The browser market share for Internet Explorer and Firefox sees a dip on the weekend on major retail websites, while Mobile Safari is the biggest gainer, an analysis of online shoppers’ browser preferences shows.

IE’s average market share drops from 40.65 percent during the week to 35.82 percent on the weekend, a relative decrease of nearly 12 percent, and Firefox’s market share sees a relative decrease of about 3.5 percent, from 16.38 percent to 15.81 percent, suggesting that many workers who use IE and Firefox at the office prefer to use other browsers when at home.

Meanwhile, Mobile Safari, which is available on the iPhone and iPad, sees a more than 30 percent relative gain, climbing from an average market share of 12.81 percent on weekdays to 16.75 percent on the weekend.

The analysis is based on browser data collected by Monetate from nearly a quarter-billion online shopping sessions on more than 100 major retail sites during a 30-day period ending May 15, 2012.

Chrome (the most popular browser after Internet Explorer), Safari and Opera each saw smaller bumps on the weekend.

Current vs. outdated versions

Although Internet Explorer’s total market share drops on the weekends, IE actually sees gains when outdated versions (IE 8 and below) are excluded. The average market share for IE9 rises from 18.34 percent during the week to 20.45 percent on the weekend, a relative gain of about 11.5 percent.

Similarly, the average market share of up-to-date Firefox versions (those above version 10) sees not a loss but a very slight gain during the weekend.

Firefox 3.6 is third most popular version

In early 2011, Firefox switched to a rapid-release development model to mirror Chrome’s, in which a new version of the browser is released every few weeks. (To give you an idea of the difference: the release dates of Firefox 3 and Firefox 4 were more than two and a half years apart. But the release dates of Firefox 4 and Firefox 11 were less than a year apart.)

The final major release before the switch to the accelerated development schedule was Firefox 3.6, and it appears that many of those users remain holdouts, either because they never made the decision to upgrade or because there were impediments to upgrading (such as instructions from a wary IT department to maintain their current version).

As a result, Firefox 3.6 remains the third most popular version of the browser, based on Monetate’s traffic data, topped only by Firefox 11 and Firefox 12, the most recent releases. Indeed, Firefox 3.6′s share of the market comes close to surpassing the combined market share of all the intermediate releases (4 through 10).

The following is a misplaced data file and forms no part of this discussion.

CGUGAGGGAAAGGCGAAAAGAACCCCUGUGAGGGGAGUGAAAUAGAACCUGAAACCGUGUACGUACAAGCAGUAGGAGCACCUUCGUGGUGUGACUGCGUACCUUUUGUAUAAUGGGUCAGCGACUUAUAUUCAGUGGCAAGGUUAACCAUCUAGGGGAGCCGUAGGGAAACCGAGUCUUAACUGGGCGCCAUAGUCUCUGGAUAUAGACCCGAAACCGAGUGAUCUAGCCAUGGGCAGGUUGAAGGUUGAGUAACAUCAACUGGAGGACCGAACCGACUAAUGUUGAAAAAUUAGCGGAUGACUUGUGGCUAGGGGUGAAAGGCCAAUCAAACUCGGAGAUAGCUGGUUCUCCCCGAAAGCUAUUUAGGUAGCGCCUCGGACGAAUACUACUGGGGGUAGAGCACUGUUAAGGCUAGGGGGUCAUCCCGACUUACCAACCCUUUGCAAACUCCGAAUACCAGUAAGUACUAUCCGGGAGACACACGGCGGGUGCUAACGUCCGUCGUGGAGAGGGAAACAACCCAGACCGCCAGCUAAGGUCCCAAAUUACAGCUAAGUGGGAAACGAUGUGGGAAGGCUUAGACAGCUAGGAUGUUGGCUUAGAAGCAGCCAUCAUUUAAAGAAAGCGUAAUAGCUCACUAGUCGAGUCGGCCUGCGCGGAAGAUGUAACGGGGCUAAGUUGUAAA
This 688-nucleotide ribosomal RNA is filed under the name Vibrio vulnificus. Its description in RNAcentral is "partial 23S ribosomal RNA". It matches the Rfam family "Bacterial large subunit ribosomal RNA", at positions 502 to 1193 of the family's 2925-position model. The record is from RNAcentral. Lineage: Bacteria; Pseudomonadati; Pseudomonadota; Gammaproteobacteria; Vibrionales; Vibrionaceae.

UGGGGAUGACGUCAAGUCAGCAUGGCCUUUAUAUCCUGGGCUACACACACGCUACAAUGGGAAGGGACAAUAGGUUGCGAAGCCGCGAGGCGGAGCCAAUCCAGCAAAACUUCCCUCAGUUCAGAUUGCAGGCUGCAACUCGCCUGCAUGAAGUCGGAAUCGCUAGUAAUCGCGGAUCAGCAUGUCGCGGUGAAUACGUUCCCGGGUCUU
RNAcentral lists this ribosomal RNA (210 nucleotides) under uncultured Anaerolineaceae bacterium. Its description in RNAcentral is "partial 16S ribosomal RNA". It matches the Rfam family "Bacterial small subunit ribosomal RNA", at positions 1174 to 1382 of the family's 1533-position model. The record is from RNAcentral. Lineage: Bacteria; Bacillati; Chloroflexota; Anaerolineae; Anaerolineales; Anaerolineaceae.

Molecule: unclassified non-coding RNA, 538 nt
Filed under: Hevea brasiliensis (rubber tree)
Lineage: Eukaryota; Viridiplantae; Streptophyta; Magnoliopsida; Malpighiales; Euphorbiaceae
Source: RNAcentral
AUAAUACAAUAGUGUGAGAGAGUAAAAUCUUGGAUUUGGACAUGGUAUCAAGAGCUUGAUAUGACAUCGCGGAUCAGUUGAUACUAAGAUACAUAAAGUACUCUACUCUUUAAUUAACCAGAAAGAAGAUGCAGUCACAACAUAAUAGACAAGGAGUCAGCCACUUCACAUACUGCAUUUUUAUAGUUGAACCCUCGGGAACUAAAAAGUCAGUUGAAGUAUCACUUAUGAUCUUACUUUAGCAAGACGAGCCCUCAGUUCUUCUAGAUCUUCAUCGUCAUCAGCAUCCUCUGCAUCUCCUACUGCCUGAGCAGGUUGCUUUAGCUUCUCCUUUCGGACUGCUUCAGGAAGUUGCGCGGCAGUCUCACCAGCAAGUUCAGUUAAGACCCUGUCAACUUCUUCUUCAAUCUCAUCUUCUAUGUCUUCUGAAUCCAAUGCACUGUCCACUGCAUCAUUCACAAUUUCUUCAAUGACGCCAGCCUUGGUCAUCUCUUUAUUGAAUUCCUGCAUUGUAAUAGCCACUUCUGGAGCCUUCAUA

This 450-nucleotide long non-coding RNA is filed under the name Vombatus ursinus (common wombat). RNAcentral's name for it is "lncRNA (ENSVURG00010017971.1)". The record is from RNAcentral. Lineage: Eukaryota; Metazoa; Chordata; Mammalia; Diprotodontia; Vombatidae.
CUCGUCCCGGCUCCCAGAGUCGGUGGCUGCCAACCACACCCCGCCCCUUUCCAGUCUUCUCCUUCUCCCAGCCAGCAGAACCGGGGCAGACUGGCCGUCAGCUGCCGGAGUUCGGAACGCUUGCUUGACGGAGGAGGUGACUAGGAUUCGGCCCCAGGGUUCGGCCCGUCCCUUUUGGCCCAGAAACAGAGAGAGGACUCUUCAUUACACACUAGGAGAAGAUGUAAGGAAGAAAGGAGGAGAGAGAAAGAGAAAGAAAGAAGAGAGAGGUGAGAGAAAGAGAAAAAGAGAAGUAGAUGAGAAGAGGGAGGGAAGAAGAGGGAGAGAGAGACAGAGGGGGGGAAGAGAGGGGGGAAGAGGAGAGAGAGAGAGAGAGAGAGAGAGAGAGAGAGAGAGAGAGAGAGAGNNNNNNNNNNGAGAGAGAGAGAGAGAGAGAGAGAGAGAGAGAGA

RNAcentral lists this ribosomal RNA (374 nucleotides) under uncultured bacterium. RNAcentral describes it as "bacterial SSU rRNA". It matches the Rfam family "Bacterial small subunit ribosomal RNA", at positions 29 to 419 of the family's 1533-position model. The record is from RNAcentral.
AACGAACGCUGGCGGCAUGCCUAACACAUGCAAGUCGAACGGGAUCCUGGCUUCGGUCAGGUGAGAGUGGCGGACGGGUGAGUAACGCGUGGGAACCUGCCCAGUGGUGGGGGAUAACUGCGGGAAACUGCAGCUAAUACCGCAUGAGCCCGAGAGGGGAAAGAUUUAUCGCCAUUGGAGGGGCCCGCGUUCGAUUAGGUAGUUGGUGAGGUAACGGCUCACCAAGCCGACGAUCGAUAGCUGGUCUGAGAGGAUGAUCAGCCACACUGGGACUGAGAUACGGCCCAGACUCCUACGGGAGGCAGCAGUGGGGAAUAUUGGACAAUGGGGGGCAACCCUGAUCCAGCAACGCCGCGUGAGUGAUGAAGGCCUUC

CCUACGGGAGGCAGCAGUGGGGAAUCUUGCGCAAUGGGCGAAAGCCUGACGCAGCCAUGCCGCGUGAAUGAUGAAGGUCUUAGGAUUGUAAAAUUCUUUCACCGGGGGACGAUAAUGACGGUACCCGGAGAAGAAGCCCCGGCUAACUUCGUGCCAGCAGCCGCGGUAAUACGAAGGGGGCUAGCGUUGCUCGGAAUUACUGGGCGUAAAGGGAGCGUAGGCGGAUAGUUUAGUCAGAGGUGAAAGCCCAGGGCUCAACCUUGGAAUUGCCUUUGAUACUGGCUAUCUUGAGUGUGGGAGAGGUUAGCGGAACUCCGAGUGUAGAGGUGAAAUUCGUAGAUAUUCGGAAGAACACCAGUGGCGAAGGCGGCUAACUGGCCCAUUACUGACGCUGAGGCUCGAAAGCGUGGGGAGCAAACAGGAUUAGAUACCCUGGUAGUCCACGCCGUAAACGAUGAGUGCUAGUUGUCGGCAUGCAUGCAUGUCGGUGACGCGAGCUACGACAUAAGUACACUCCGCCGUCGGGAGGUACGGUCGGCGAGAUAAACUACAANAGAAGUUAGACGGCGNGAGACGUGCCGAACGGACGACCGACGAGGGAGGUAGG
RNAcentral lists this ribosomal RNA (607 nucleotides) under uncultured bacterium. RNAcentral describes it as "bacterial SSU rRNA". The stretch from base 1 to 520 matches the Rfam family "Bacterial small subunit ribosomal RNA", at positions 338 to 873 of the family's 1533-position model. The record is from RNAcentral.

Workplaces less secure than home

Along with new features and enhancements to the user interface, most browser version releases also include bug fixes and security patches, so a simple way to make your browsing more secure is to update your browser to the latest available version.

But an analysis of Monetate’s traffic data shows that online shoppers who use Firefox or Internet Explorer on the weekends are more likely to use an up-to-date version than those who use them during the week, suggesting that office workers are better protected at home than they are at their cubicles.

About 30 percent of online shoppers using Firefox during the week were using an out-of-date version (10 or below), compared with only about 27 percent during the weekend. The difference was starker with IE. About 55 percent were using an out-of-date version (8 or below) during the week, compared with only about 43 percent during the weekend.

To be sure, frequent browser version upgrades cause more headaches for business users and IT departments than personal users, since corporate networks need to have confidence that an upgrade isn’t going to break mission-critical web applications. But the security stakes tend to be higher for business users, which makes it all the more surprising that many continue to rely on older browsers.

Fortunately, two trends offer hope to those of us who have to support these out-of-date browsers: shorter development cycles (even old stuck-in-the-mud Internet Explorer is moving in that direction) and shorter product lifecycles (the period for which any given version of a browser is actively supported). Sooner or later, no matter which browser they rely on, corporate IT departments are going to have to adjust to browsers as software products that continually evolve, and when they make that adjustment, we expect to see the market share of out-of-date browser versions decline precipitously.